Sunday, 28 December 2014

Cumberland herring

Our Holiday food orgy for two happily skipped the traditional dishes. But not herring. Oh, not. Not even though in the past month alone we've totally OD'd on herring both at MS Gabriella's Christmas buffet and at Restaurant Origo's Archipelago buffet in Hanko...

This time the herring was marinated in a Cumberland-inspired blackcurrant sauce. And hey, guess what time these pictures were taken? At 11 o'clock. In the evening. We've seen (and bought) the light.

400 g herring, cooked in vinegar (instructions here)


1,5 dl good blackcurrant jelly
0,5 dl red wine vinegar
0,5 dl water
the juice of 1 orange (1 dl)
8 allspice peppers
1 bay leaf
1/4 dl port wine
1 small red onion, peeled and finely sliced
2 strips of orange zest

Measure jelly, port, vinegar, water and orange juice into a pot. Bring to boil and remove from heat. Add lightly crushed allspice  and bay leaf into the liquid and leave to cool.

Remove herring fillets from the vinegar solution and drain thoroughly. Roll tight and place in a glass jar in layers with red onions and orange zest. Pour the marinade over the herring and let marinate at least until the following day.




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Friday, 26 December 2014

Chestnuts roasting in Hell - Brussel sprout, bacon and chestnut bake

Now, I love chestnuts. I love their nutty, potato-like taste and texture and I love how versatile they are. Crème de marron, chestnut paste, is my favourite filling for crêpes when in Brittany. But if possible I love them even more in savoury dishes: in France they were often serves as an accompaniment for game. Cooked with lardons, bien sûr!

So, sure, I'd love to be able to eat them more often. Nut that I can, though (see what I just did there? A little nutty joke!)

See, at least in South of Europe these babies are available cooked and peeled. And as you know, I'm not one to pine after vacuum-packed ready-made stuff when the fresh one's are in season and readily available in any old corner store. But these are an exception. These buggers are a pain to prepare.

The operation itself isn't much of an operation at all. You just cut a cross-shape incision into the chubby side of the chestnut, place them on  a tray the cut side up and roast at 200º for 15 or so minutes. Then, while they're still warm, you peel them: both the woody exterior shell and the brown skin on the inside. But at least with the specimen sold here there are simply no guarantees of what's lurking on the inside. 

I can tell you however, that after you've spent 3 days roasting 4 batches and peeling those little devils so that your fingers are bleeding (quite literally too) "helpful tips" such as "the skin comes easily off when using good quality chestnuts" don't feel terribly helpful at all.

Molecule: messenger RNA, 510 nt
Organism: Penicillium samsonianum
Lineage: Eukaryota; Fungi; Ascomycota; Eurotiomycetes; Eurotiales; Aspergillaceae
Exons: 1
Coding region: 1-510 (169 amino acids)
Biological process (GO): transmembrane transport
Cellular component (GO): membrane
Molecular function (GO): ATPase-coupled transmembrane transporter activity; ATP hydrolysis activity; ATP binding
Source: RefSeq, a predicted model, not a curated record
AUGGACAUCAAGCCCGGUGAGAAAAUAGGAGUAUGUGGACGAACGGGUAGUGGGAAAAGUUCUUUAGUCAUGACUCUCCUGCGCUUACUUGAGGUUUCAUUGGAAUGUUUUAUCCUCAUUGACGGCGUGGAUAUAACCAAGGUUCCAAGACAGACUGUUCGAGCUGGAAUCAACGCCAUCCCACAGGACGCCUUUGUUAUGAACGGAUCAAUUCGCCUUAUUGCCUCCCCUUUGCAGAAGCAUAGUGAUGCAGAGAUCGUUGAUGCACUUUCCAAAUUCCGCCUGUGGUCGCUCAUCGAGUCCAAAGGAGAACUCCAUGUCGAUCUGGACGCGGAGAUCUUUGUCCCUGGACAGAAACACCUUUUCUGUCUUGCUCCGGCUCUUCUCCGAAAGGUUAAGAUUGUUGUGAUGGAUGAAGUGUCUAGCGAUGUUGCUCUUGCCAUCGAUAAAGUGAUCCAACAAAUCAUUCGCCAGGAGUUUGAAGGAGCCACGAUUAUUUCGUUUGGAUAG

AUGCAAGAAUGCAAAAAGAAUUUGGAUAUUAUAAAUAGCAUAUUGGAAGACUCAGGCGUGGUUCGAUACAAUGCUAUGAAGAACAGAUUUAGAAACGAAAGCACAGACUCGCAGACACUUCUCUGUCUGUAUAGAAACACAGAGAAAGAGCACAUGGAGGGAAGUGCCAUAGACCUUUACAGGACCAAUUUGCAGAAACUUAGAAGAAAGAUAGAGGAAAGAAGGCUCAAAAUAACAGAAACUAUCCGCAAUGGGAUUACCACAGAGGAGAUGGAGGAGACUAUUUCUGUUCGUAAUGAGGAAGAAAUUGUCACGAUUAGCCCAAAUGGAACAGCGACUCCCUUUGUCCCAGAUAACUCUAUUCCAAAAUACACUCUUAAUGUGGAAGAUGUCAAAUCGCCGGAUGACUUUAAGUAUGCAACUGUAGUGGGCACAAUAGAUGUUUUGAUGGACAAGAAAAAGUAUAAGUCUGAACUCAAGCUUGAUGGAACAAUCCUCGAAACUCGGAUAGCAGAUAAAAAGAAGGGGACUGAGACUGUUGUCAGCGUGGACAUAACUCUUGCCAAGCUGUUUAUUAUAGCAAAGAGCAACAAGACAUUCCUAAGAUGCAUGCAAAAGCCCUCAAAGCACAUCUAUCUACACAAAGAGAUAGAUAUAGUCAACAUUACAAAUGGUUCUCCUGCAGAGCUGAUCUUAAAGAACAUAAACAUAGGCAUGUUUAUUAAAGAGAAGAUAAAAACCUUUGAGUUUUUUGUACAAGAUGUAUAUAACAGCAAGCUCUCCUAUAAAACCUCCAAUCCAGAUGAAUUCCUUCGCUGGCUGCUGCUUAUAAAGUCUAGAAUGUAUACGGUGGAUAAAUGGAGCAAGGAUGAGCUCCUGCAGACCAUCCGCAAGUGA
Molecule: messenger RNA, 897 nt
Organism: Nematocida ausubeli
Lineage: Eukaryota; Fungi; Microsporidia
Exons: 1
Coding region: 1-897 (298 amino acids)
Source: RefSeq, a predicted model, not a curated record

Every single time I've tried roasting my own, most of them have been either old and dry, rotten or just... inedible in 500 other ways. So, if possible, save your nerves and buy the vacuum-packed ones. Do not skip the recipe though as it is good.

Since bacon makes... well, everything better, I paired chestnuts with that. And as it is the Brussels sprout season, I threw some in too.  A little garlic to give it a bit of a kick and lemon zest to freshen it all up. And hey ho, ho ho ho!

As a side this this feeds 4

1 pkt (140 g) bacon or pancetta
1,5 tbsp butter
400 g Brussels sprouts
1 tsp garlic powder
250 g roasted, peeled chestnuts, halved
salt, pepper

to serve: 1/2 lemon zest, finely grated

Cut the bacon in cubes and fry, starting on cold pan and bringing the temperature up so they start rendering the fat and crispen up. Once they're done, remove with a slotted spoon. Depending on the bacon fat left in the pan, add butter and fry the halved, trimmed sprouts until a little caramelized. Then add garlic powder and chestnuts. 

Continue cooking for a couple of more minutes, season with salt and pepper and place in an oven-proof dish. Continue cooking at 200º for 15 minutes (tossing if needed halfway through), add the bacon and continue cooking for another 5 minutes until the sprouts are done. 

Check the taste, season if needed and sprinkle the lemon zest on top. Serve with a roast. And this roasted garlic and cashew sauce!




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Thursday, 25 December 2014

Warm beet and potato salad with fennel seeds

Having grown accustomed to the pickled variety, beets and their versatility are something I've only learnt to appreciate in recent years. Together with potatos they create a lovely warm side dish salad that gets even more warmth from toasted fennel seeds. Though rosemary would work well too. As would allspice.

The Boy Next Door isn't enchanted with that noble root veg either (how can he not! Can you think of a funkier coloured veg?) but this he liked. Though his idea of the right proportions between all of the components are (obviously) wrong.  According to him the correct one is equal amount of potatos and beets whereas mine (inherently correct) view is that there needs to be twice the amount of beets to the potatos. 

As a side this feeds 4-5

Warm beet and potato salad:

500 g beets
250 g potatos
125 g apple

The dressing:

200 g créme fraîche
1,5 tsp fennel seeds, toasted and ground
salt, black pepper

Toast the fennel seeds on a fairly hot, dry pan and grind.

Peel potatos and beets and cut to similar size chunks. Boil potatos in salted water and steam dry. Peel and cut the apple, too.

Boil (or roast) the beets (do note though that they take at least twice the amount potatos do!) and drain. If boiling, reserve some of the liquid to add into the dressing if it needs to be runnier. It also adds a lovely colour! (You can also use it for beetroot risotto!)